Tag: wrestling

High School Wrestler Without Arms And Legs Defies Odds And Wins First Match

Caleb Smith wrestling

High schooler Caleb Smith (pictured) recently defied his disability by winning his first wrestling bout for his St. Paul Minnesota high school, according to CBS Minnesota.  Smith lost his limbs when he contracted a rare meningitis blood disorder at the age of 3-years-old that caused his blood vessels to burn.

Due to his illness, the Harding senior’s parents were forced to make the heart-ripping decision to have their son’s arms and legs removed at their respective joints.  “I was 3, so I hadn’t developed writing and walking skills completely, so it was pretty easy getting used to it, Smith said of his experience.

Fifth grade was when Smith began to dabble in the highly aggressive sport of wrestling, and hiscaleb positive attitude about himself allowed him to take part in his first match.

As far as the sport goes, even though Smith weighs a feathery 120 pounds, don’t let his size fool you; the teen has learned to use his physique to help him maintain a competitive edge against his opponents. According to his high school coaches, Smith moves better than his rivals and has led his school in escapes this year.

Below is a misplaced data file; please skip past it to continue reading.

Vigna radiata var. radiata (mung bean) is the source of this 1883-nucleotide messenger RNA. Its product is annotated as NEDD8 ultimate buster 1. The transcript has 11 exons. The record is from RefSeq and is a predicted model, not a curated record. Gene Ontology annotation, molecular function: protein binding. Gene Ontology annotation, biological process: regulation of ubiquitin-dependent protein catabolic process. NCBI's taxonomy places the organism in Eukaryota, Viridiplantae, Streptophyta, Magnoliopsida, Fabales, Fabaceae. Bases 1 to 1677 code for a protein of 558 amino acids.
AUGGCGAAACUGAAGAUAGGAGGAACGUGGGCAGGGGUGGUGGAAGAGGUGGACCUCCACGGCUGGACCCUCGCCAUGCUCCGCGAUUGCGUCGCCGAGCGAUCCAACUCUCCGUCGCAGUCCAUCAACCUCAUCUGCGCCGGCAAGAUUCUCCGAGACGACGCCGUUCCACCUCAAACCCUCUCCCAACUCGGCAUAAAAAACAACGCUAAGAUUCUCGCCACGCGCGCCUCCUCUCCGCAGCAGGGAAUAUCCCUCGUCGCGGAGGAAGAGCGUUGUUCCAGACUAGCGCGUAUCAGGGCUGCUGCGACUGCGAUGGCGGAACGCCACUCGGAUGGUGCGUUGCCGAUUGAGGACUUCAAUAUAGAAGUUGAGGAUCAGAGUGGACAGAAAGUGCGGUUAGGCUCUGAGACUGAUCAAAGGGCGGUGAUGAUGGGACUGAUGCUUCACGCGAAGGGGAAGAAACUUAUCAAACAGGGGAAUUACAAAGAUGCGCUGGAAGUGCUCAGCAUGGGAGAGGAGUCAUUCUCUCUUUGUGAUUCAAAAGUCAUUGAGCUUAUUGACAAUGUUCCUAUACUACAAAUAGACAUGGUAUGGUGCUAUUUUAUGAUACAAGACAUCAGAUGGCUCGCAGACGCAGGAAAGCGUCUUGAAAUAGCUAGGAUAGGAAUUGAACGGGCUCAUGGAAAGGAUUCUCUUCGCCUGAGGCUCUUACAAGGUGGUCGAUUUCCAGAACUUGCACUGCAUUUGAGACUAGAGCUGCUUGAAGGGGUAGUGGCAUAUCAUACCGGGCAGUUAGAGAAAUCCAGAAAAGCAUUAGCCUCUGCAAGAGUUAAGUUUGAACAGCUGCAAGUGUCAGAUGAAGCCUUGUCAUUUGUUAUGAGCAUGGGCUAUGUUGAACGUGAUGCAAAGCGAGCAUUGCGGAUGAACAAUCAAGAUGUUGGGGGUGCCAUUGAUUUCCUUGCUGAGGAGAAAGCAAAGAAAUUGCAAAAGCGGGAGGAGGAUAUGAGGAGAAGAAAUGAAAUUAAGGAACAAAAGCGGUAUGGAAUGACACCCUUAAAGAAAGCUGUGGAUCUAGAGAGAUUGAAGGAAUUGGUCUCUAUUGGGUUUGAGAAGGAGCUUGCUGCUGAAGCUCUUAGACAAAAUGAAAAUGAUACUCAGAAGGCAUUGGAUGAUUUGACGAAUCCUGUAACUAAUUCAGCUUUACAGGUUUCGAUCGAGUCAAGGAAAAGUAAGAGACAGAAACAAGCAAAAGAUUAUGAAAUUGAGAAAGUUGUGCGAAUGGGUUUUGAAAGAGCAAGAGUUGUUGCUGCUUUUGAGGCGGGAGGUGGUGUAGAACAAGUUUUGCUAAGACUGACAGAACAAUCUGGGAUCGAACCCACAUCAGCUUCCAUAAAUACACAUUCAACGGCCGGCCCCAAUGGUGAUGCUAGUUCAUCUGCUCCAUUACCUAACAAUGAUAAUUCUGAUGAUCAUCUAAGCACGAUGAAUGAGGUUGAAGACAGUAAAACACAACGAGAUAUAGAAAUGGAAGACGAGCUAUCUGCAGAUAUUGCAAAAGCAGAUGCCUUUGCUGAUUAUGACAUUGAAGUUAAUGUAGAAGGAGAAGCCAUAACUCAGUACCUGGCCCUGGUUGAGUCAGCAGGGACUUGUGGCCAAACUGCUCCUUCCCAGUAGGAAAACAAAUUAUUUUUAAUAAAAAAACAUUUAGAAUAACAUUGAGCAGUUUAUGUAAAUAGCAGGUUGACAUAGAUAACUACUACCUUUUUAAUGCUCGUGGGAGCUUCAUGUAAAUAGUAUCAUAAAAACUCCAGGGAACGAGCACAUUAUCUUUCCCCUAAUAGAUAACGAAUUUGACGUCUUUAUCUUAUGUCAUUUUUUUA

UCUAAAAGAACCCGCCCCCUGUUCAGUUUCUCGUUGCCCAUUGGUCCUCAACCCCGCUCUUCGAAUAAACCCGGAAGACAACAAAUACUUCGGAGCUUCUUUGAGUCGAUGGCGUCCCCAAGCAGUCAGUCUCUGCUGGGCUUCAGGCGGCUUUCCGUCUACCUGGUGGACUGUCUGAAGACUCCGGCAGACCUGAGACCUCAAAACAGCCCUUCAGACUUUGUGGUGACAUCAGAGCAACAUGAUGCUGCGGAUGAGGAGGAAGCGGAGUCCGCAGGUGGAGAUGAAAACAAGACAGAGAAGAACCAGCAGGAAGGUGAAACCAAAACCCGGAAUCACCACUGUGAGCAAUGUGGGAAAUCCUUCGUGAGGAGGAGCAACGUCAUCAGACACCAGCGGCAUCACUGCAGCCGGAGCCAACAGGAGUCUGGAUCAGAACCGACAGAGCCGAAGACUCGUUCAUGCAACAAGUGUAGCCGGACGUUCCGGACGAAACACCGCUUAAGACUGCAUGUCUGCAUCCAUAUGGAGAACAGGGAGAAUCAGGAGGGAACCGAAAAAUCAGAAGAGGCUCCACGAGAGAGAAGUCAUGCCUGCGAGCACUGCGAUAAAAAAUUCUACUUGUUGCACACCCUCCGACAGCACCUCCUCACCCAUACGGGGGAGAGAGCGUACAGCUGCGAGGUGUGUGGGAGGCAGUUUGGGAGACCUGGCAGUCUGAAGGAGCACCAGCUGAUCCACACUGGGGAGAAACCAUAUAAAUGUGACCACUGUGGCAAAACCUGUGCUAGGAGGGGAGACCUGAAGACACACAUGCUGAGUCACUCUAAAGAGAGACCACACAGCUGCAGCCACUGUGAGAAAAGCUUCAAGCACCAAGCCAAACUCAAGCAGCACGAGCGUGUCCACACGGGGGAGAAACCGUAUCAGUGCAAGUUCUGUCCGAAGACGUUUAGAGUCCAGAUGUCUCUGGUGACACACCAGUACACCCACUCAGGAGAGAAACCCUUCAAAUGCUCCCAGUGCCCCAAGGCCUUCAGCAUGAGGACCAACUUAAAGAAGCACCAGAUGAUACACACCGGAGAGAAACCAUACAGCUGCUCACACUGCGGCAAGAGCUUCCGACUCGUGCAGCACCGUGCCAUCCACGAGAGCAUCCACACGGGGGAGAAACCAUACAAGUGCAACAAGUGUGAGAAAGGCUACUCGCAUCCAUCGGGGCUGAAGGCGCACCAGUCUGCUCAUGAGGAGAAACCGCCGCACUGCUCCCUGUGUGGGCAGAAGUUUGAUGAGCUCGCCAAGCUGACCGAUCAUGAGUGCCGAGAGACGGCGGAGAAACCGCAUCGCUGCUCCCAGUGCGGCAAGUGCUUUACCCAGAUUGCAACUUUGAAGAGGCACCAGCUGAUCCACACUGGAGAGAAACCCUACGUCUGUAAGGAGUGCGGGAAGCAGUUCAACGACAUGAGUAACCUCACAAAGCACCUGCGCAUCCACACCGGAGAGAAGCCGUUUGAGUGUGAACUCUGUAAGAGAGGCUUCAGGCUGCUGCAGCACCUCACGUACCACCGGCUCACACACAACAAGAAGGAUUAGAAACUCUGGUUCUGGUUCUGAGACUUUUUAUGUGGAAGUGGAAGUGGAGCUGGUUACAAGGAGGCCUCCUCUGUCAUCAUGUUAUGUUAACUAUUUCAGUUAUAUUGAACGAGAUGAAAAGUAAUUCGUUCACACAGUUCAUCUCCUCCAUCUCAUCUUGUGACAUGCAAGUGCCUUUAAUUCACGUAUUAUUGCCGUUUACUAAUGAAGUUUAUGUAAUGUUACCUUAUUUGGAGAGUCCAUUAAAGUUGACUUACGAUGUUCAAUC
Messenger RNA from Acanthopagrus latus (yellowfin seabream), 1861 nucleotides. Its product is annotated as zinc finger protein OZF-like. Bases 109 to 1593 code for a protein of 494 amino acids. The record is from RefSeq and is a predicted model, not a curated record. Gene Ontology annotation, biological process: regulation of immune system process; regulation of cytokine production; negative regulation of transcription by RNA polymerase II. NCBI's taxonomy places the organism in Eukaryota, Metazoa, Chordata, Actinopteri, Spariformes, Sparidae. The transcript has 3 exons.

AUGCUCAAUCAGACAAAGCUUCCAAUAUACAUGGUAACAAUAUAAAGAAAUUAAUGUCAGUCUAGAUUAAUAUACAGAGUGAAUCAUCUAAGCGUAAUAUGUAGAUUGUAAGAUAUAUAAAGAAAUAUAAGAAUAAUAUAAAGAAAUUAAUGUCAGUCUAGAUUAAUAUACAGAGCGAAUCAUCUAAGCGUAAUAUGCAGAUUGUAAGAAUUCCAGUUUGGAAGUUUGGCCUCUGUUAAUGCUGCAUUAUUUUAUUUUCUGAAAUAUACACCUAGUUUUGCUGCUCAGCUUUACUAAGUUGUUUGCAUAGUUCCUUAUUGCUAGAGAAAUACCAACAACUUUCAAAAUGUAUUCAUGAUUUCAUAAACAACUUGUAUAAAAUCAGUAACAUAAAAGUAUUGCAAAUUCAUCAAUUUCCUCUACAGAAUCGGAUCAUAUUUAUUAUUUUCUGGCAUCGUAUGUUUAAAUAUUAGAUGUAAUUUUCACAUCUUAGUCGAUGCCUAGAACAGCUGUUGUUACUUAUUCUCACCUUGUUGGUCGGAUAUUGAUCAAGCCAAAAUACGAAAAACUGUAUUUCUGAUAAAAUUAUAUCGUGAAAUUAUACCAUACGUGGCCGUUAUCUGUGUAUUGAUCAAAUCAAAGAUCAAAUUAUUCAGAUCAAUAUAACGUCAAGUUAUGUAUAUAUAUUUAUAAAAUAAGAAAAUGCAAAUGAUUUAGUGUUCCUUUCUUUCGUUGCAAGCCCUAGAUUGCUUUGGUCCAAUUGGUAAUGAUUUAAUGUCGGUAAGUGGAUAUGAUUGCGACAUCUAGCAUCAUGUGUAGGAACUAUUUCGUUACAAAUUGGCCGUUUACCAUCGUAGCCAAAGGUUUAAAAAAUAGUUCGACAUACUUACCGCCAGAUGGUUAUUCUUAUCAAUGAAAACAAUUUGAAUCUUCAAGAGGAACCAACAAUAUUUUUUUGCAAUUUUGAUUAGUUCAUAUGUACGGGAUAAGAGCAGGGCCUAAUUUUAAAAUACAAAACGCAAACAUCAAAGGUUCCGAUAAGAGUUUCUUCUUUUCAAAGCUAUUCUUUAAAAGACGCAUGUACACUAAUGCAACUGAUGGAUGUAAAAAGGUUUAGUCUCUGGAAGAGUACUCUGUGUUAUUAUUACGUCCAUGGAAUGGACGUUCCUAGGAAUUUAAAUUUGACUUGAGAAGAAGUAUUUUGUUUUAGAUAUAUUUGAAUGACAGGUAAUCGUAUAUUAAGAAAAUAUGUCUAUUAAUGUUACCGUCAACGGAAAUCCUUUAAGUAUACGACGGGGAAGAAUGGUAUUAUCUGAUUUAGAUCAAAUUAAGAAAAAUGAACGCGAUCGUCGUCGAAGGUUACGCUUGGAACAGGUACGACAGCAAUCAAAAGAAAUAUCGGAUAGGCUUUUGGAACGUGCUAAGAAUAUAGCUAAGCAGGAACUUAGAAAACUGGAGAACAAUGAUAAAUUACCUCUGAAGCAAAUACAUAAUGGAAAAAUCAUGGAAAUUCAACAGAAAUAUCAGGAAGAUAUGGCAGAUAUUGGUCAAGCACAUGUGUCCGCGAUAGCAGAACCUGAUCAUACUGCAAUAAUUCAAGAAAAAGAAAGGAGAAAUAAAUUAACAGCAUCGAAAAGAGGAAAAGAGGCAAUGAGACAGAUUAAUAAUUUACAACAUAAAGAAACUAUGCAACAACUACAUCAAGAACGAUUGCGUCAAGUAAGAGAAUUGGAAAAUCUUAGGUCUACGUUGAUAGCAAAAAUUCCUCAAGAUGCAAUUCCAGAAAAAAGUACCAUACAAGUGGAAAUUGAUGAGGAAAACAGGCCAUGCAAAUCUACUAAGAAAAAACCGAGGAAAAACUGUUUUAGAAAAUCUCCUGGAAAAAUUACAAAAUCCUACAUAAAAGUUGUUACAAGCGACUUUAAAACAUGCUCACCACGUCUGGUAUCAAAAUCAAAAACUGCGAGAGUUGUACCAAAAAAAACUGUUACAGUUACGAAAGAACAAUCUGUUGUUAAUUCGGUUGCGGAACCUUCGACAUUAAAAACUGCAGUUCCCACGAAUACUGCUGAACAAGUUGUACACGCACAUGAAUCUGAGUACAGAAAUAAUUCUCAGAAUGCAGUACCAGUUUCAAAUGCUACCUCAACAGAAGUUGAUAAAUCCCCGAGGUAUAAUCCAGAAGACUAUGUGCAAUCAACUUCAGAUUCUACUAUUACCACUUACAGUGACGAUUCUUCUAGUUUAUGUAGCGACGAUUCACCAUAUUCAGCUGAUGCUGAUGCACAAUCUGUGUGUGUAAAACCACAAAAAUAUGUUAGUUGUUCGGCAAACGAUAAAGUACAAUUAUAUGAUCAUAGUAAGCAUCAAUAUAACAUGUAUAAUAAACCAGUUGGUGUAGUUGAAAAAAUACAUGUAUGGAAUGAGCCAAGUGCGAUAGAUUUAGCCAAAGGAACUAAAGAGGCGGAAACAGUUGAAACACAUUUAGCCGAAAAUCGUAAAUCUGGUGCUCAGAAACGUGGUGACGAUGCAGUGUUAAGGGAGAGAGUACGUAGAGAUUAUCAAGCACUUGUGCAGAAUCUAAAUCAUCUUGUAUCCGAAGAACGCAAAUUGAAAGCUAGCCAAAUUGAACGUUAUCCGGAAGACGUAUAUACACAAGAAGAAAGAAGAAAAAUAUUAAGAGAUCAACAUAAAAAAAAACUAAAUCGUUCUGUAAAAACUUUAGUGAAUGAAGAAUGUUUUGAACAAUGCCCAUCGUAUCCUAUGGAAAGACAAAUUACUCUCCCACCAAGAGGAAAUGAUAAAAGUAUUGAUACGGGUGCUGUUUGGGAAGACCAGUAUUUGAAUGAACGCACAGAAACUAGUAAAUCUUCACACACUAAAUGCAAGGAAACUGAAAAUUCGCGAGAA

“He’s got the kind of strength people don’t normally see at 120,” coach Otto Kraus told CBS Minnesota. “Plus, the way he can move makes it hard to wrestle him.”

The young dynamo does have one drawback, though: he gets winded more easily than his opponents.  In order to combat this Smith says he trains tirelessly so that he can overcome wrestling’s physical challenges.  “For them to run 10 yards or whatever, it takes them like 20 steps,” he said. “But it takes me like 30 because my legs can only move so far,” he told CBS Minnesota.

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Students With Disabilities Have Right To Play School Sports, Obama Administration Tells Schools

Kareem Dale, Special Assistant to President Obama for Disability Policy (left), with Learning Ally member Henry “Hoby” Wedler (right)
When Kareem Dale, now a special advisor to President Barack Obama, was in high school, all he wanted to do was wrestle. But as a student who was partially blind, that wasn’t easy.

Dale’s school made it possible for him to participate in the sport by creating a rule that wrestlers always needed to be touching their opponent. “It allowed me to wrestle throughout public high school,” Dale said. “That experience of wrestling gave me confidence, it made me healthier, it was really an extraordinary experience.”

But hundreds of other students with disabilities may not have had an opportunity in school sports, a 2010 Government Accountability Office report suggested. The U.S. Education Department’s Office of Civil Rights on Friday is sending school districts a 13-page guidance document that spells out the rights of students with disabilities to participate in school athletics.

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